2 Dexter football coaches to face disciplinary action after hazing incidents by students

Posted Dec. 19, 2012, at 6:50 p.m.

DEXTER, Maine — Disciplinary action is expected to be taken against the two football coaches who were chaperoning an overnight event at Dexter Regional High School last month at which several hazing incidents occurred, according to SAD 46 Superintendent Kevin Jordan.

However, exactly what action will be taken by the school district is unclear.

“At this point, [nothing has been done to the coaches],” Jordan said Wednesday. “We feel it’s important that the two coaches are involved in the community service.”

The entire football team was required to perform community service in response to the hazing incidents.

The football team had an overnight gathering on Nov. 16 and 17 at the high school, where five incidents of hazing occurred, according to Jordan. The first took place at 4:30 p.m. Nov. 16, while the other four happened between 4:30 and 5:15 a.m. Nov. 17. Three of the five reported hazing incidents were caught on the school’s video surveillance system.

Two coaches were chaperoning the event during the hazing incidents on Nov. 16-17 — head coach Kevin Armstrong and assistant coach Matthew Hubbell, according to Jordan. Other coaches chaperoned the event that night but were sent home before the four incidents occurred on Nov. 17, said Jordan.

As a result of the overnight gathering, 12 players on the football team were suspended from school for hazing underclassmen on the team. The perpetrators and victims were all minors.

Four students were suspended from school for 10 days, two were suspended seven days and six were suspended for one day, Jordan said. The students also are barred from participating in competitive after-school events for periods ranging from one week to one month, depending on involvement.

Three of the alleged perpetrators were charged with Class D assault, a misdemeanor, by the Dexter Police Department. They were not named by police because they are minors.

Dexter Police Chief Kevin Wintle said Wednesday that no charges are expected to be lodged against the two coaches.

Neither Armstrong nor Hubbell could be reached for comment Wednesday evening.

Jordan said extracurricular appointments are chosen every spring.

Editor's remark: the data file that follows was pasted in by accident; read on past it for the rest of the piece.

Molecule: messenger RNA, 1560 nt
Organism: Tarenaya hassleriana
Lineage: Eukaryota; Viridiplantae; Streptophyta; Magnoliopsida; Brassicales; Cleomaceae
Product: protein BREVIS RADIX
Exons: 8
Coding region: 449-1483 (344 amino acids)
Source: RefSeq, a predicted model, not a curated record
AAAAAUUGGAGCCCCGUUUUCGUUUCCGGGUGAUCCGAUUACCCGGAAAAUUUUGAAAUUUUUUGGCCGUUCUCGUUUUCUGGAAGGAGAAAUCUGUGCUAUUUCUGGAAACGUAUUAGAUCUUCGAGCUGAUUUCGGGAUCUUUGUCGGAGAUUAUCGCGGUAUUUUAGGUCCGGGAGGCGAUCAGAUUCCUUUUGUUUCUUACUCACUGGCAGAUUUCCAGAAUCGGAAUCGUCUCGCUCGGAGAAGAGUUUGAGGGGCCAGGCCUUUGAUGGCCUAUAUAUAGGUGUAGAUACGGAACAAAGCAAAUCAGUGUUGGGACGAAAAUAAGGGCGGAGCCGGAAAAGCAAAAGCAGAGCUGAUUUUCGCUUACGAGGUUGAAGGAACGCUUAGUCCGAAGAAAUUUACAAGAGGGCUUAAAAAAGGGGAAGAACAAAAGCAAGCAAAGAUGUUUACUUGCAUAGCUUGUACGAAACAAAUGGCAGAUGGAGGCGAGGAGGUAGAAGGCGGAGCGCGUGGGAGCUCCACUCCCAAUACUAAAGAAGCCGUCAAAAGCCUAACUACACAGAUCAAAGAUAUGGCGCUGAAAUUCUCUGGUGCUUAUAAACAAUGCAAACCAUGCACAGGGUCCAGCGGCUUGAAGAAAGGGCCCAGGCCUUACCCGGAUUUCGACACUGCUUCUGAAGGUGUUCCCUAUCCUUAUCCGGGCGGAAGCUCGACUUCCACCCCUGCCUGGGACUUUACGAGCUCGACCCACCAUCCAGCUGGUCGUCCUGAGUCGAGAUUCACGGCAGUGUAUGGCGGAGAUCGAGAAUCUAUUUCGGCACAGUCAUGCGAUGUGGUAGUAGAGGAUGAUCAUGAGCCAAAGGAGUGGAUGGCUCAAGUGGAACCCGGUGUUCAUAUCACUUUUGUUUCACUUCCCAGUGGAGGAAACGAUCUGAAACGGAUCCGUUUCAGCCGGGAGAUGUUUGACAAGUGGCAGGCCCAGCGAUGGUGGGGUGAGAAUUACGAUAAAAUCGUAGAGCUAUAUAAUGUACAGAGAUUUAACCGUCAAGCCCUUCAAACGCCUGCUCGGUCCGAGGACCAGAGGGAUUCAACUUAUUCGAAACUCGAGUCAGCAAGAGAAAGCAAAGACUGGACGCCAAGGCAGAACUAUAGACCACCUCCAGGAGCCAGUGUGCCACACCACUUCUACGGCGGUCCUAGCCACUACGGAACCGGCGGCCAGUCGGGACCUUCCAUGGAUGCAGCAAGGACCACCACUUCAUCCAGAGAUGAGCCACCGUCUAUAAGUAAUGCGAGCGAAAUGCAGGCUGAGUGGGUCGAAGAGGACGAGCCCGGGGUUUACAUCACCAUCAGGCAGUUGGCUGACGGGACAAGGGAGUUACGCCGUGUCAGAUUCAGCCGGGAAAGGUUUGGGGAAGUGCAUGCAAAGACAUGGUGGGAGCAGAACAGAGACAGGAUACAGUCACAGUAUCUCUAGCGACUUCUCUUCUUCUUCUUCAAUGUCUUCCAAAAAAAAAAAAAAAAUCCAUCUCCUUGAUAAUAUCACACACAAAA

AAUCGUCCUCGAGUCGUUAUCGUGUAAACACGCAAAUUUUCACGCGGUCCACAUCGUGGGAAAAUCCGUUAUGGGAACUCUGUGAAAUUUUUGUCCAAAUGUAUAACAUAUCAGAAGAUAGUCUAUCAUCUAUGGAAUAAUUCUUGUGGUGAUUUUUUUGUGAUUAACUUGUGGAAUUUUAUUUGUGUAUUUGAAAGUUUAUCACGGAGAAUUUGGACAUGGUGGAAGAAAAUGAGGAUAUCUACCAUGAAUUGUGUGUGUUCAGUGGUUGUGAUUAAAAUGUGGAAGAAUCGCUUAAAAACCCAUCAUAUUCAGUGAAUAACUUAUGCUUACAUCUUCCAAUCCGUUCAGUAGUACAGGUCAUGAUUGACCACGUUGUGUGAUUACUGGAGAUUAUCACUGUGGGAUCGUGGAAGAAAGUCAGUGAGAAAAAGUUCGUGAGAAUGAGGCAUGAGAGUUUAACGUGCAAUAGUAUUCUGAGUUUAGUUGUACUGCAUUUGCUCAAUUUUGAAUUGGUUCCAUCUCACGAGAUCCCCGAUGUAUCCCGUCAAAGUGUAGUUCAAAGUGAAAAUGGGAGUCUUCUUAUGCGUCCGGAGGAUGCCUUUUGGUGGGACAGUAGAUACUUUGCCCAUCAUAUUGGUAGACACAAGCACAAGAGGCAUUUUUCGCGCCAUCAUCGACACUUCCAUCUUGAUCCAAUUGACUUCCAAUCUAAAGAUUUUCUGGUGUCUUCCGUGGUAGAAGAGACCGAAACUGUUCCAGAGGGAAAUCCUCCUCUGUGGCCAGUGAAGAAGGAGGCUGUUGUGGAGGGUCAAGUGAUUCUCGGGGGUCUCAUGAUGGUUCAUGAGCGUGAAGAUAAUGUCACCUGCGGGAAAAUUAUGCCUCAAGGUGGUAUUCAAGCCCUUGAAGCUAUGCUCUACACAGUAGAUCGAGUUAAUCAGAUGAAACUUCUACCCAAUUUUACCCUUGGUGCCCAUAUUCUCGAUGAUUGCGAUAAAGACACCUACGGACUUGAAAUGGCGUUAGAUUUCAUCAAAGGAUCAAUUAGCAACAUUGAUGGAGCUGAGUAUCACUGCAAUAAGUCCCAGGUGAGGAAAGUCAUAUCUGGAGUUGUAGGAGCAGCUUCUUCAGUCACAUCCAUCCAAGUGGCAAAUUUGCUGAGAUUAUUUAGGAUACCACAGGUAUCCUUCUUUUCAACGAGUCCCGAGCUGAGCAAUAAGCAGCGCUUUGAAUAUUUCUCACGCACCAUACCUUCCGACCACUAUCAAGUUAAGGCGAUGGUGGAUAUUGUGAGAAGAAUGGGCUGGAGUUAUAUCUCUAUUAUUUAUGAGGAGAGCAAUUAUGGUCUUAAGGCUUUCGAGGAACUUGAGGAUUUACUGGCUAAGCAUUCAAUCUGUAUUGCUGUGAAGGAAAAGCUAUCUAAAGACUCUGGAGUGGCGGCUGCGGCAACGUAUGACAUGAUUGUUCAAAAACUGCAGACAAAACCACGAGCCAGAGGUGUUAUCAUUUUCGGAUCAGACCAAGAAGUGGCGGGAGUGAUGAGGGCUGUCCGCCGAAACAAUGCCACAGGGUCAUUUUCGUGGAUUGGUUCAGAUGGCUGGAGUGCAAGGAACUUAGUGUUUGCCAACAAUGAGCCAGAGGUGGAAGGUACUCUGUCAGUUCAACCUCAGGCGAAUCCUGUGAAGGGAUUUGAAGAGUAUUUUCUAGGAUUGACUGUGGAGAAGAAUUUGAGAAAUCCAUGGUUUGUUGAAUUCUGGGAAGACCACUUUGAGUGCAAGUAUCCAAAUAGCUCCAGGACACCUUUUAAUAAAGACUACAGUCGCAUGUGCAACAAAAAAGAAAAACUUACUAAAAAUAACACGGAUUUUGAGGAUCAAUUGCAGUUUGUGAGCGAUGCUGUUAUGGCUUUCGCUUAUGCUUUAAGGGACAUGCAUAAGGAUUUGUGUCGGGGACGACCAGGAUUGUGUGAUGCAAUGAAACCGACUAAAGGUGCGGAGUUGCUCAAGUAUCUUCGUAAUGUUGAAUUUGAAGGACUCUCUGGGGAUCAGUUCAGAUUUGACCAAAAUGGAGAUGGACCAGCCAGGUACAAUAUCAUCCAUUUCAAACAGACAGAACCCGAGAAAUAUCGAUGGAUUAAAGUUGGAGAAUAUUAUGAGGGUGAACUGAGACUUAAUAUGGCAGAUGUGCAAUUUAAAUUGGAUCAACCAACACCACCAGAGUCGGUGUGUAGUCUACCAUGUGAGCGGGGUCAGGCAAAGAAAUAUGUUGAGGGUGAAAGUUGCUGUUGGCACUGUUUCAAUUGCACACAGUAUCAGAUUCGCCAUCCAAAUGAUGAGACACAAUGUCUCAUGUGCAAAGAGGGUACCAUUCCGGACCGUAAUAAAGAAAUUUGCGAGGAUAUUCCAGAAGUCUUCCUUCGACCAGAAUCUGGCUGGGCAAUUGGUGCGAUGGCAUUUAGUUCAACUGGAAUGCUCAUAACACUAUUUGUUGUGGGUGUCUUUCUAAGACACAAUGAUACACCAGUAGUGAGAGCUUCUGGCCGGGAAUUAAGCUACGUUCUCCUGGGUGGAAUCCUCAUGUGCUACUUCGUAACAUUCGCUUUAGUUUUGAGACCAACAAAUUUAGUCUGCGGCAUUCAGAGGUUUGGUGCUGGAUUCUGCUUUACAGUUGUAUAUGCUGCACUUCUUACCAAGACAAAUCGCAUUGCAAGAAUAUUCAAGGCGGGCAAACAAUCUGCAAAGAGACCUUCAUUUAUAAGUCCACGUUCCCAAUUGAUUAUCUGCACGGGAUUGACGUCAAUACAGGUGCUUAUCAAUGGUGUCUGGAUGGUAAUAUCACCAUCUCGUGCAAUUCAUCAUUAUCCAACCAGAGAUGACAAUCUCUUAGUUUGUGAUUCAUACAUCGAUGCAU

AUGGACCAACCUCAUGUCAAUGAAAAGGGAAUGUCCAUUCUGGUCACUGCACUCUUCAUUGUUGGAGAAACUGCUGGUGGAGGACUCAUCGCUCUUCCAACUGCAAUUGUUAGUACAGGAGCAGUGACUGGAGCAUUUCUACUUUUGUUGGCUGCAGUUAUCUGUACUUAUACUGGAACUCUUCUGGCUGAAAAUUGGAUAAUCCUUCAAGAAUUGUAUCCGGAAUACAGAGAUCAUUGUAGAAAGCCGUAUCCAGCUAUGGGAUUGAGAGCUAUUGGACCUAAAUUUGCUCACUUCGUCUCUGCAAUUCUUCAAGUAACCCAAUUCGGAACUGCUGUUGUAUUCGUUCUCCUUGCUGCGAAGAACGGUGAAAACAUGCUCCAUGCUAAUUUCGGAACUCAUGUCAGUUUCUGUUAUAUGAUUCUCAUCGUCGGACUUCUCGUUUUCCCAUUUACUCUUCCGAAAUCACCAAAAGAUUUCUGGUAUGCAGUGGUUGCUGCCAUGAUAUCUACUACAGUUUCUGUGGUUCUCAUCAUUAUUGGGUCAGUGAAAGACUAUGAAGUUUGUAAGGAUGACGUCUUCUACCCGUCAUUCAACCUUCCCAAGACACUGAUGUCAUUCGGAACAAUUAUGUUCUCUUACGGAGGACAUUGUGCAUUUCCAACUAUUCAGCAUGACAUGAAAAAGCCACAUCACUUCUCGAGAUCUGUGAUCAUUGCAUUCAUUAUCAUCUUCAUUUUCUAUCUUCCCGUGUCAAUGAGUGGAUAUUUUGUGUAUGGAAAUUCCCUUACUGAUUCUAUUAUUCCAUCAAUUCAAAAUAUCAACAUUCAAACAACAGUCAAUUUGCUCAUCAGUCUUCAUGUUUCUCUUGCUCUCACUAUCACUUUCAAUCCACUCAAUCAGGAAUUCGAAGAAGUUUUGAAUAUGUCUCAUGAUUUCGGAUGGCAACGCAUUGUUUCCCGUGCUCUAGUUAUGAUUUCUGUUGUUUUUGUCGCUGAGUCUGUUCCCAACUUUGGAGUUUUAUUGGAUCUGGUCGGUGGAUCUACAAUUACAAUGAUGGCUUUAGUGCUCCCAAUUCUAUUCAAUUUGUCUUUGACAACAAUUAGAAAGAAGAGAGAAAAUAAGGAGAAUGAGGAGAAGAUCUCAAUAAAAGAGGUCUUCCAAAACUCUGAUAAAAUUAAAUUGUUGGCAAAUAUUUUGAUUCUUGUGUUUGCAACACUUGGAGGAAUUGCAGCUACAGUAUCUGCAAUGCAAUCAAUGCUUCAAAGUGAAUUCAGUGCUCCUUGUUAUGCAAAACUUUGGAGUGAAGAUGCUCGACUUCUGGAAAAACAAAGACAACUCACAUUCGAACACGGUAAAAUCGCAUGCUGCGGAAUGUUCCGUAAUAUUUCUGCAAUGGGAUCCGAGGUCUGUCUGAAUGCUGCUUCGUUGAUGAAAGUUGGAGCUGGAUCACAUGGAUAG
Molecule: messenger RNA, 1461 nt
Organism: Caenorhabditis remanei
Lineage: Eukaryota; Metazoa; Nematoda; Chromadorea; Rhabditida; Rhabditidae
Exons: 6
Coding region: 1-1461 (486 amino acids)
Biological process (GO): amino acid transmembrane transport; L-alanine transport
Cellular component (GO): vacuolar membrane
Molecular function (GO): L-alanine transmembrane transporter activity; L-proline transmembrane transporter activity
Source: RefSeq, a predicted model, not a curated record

“Extracurricular contracts in Maine are all one-year contracts,” said Jordan. “Every coach would need to be recommended by the principal, and then the superintendent and then to the board to be reappointed.”

There are many possible actions that could be taken against the coaches, he said.

“It could be a whole range of things from nothing to not bringing them up for renewal for their job for next year,” said Jordan. “It will not be nothing, but there will be something done. I’ve had many discussions and, frankly, our decision-making is somewhat based on the response and the working through the community service piece with the team.”

Many of the players have started or completed their community service, said Dexter Regional High School Principal Steve Bell.

Players who were suspended from school for 10 days each must perform eight hours of community service, said Bell. Those who were suspended for seven days must do four hours of community service. The entire team was required to take part in some community service.

Coaches Armstrong and Hubbell also are taking part in the community service, according to Jordan.

“I believe many of [the coaches on the team are] involved [in the community service],” said Jordan. “The only two that are asked to head it up are the ones that were there.”

Bell said two organizations benefited from the football team’s service.

The New Hope Baptist Church and the Wassookeag Snowmobile Club were selected for community service.

“We traditionally run a lot of community service through [the church],” said Bell. “They’re very good about taking kids in. They likely had them working the food cupboard, cleaning the parking lot or painting. There’s plenty for them to do.”

Bell said some students were very motivated to get the community service done because it is required before they could compete on a sports team. Several of the suspended players are now on the wrestling and basketball teams.

“Some of the kids trying to pursue athletics had more motivation to get it done quickly,” said Bell. “We will stay on them. It’s very much a part of their expectation.”

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